The work-from-home revolution comes with some safety unknowns, according to one expert. 

Companies are increasingly advertising new positions on work-from-home terms, and while many welcome the more flexible situation, workplace law expert Professor Andrew Stewart says there may be complications surrounding employer health and safety obligations.

“Where do you start trying to draw boundaries between what's in the course of your employment and what isn't?” he said in an interview with the ABC.

“If I go and make myself a cup of coffee and spill it on myself, is that an injury in the course of my employment because I happen to be notionally working at the time and just taking a break?”

He said there have been some similar situations in the past when employees are visiting conferences or events, or travelling to and from work.

“There's also going to be issues around the application of health and safety laws, as in, what duty does your employer have to make sure your work place – that is, your own home – is a safe place to work?”Mr Stewart said.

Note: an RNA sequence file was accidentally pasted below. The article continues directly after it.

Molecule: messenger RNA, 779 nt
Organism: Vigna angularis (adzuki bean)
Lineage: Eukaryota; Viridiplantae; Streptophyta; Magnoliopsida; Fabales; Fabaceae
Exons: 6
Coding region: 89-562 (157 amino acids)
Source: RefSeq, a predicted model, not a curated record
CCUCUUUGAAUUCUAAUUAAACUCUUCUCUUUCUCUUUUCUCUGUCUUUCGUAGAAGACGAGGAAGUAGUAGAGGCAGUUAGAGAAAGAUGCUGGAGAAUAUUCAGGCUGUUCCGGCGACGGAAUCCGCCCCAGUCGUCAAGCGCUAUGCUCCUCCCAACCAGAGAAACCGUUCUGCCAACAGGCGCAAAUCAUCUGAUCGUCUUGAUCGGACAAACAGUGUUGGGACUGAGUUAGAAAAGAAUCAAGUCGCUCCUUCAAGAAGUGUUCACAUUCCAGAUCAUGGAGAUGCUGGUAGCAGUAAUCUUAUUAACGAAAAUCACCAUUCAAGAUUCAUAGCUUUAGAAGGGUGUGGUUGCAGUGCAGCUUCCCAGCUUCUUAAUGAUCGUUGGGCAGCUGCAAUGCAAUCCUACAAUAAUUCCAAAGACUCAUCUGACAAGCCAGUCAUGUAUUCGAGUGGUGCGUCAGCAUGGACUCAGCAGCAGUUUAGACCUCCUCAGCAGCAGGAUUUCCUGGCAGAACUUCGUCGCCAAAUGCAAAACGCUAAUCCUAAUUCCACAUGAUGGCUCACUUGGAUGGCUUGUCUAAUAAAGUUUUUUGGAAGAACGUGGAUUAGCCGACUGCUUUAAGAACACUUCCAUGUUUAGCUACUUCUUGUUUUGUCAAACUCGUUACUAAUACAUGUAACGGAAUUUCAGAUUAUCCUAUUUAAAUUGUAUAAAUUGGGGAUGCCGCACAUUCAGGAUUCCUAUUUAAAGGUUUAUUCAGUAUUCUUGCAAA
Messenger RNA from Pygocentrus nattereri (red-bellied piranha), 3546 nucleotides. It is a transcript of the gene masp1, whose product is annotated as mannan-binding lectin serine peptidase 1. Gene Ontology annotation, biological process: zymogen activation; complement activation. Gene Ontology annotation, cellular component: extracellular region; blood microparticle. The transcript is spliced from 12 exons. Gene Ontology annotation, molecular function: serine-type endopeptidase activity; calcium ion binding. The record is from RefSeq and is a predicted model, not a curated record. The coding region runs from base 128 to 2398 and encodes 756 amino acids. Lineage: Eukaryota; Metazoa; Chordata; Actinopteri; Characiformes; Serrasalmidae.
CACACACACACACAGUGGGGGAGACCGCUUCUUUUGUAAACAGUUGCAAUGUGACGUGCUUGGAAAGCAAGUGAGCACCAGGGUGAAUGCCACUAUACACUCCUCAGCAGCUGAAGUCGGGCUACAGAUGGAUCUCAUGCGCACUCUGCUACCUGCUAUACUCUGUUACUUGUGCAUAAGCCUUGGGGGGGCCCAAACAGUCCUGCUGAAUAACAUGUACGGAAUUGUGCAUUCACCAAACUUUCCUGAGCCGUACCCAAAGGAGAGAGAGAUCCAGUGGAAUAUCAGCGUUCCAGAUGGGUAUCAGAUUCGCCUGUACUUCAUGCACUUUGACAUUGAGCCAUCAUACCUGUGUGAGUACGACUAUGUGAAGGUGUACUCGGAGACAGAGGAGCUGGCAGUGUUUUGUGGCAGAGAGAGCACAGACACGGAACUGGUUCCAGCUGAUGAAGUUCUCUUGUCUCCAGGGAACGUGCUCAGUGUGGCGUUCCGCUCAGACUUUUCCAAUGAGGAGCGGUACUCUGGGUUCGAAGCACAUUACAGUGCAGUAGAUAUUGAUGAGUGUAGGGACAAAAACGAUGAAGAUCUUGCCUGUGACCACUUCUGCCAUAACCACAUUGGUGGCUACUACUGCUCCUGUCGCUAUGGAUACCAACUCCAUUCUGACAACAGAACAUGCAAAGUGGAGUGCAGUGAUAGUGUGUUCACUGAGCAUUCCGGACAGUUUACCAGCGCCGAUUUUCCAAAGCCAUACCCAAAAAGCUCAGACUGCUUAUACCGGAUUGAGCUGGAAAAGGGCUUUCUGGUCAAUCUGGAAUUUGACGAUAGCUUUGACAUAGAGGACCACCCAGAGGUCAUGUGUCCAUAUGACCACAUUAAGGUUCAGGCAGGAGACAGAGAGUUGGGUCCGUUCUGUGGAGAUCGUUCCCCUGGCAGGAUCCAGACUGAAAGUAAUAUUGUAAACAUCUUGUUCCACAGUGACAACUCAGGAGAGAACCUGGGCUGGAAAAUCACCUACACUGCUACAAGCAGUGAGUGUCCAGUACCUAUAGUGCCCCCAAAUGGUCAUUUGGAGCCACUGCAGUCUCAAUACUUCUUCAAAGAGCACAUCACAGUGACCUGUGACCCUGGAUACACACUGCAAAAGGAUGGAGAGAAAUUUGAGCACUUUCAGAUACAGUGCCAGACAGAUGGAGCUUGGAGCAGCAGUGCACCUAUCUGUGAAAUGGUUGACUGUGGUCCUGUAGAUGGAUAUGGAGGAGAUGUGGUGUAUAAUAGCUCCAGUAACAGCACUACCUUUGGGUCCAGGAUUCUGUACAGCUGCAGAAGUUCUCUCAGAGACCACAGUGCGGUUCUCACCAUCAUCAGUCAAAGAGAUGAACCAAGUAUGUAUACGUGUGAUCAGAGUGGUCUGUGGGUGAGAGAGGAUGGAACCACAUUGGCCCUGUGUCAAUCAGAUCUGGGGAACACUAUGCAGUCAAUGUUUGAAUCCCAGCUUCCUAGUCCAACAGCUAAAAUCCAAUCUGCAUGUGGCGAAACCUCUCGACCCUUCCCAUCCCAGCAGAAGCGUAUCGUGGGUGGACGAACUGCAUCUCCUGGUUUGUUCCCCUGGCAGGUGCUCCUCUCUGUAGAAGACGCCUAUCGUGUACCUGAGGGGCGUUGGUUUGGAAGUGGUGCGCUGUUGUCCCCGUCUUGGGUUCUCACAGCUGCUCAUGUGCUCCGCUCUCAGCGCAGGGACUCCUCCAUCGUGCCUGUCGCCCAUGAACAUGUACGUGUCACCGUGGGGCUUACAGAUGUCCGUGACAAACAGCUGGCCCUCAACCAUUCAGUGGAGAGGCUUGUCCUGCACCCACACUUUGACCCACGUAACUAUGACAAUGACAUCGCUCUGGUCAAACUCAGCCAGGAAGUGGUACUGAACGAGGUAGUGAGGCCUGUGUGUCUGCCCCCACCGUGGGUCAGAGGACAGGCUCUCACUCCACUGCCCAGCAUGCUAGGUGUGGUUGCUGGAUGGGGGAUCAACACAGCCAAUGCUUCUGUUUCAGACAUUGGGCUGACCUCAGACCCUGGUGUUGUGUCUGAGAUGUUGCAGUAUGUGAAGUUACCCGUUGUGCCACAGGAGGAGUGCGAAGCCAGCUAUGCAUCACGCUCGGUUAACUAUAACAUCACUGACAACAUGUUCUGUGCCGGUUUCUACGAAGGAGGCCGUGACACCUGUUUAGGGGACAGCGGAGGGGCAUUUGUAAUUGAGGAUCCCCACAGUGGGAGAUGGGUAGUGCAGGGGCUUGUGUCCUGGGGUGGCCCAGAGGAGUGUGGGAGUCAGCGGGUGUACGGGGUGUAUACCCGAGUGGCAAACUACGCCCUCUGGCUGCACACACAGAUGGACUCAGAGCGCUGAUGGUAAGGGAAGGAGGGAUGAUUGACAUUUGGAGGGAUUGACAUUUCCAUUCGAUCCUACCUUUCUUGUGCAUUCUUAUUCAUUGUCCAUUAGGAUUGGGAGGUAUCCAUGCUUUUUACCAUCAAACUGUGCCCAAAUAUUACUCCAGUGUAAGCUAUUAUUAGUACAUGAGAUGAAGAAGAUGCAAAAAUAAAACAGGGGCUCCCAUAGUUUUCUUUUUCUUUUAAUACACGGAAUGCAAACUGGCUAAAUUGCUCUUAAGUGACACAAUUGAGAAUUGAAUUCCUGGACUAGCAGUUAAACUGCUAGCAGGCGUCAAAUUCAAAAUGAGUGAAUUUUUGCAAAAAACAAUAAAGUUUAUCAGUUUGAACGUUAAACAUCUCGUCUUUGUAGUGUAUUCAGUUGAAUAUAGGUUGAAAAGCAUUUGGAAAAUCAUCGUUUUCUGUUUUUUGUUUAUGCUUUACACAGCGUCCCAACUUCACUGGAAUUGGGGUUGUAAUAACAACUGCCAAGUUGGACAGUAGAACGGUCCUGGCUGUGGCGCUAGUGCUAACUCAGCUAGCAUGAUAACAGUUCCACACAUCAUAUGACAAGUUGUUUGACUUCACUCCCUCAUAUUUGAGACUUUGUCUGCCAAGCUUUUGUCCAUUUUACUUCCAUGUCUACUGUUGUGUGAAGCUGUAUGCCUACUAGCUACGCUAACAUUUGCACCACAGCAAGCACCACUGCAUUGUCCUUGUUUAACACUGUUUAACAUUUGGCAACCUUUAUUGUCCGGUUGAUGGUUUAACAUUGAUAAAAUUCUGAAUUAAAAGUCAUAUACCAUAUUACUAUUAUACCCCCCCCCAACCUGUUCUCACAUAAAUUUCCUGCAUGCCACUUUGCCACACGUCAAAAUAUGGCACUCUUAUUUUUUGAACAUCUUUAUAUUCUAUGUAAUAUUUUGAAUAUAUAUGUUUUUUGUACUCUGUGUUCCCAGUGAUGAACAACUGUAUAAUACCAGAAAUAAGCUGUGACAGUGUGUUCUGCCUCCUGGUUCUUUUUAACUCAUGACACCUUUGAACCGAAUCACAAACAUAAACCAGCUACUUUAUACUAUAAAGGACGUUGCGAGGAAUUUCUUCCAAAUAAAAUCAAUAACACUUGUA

“These aren't straight-forward matters at all, but we're going to have to confront them a lot more regularly because it really does seem that one big impact of the pandemic is going to be an increase of working from home.”

Mr Perkins said many industries are having to grapple with new issues as they seek to ensure staff have the “safest and most appropriate work space”.

“We still need different mixes of office space, because we do try and get staff to come in and work face-to-face every now and then,” he said.

“It builds camaraderie, innovation and allows people to engage and support each other as well.”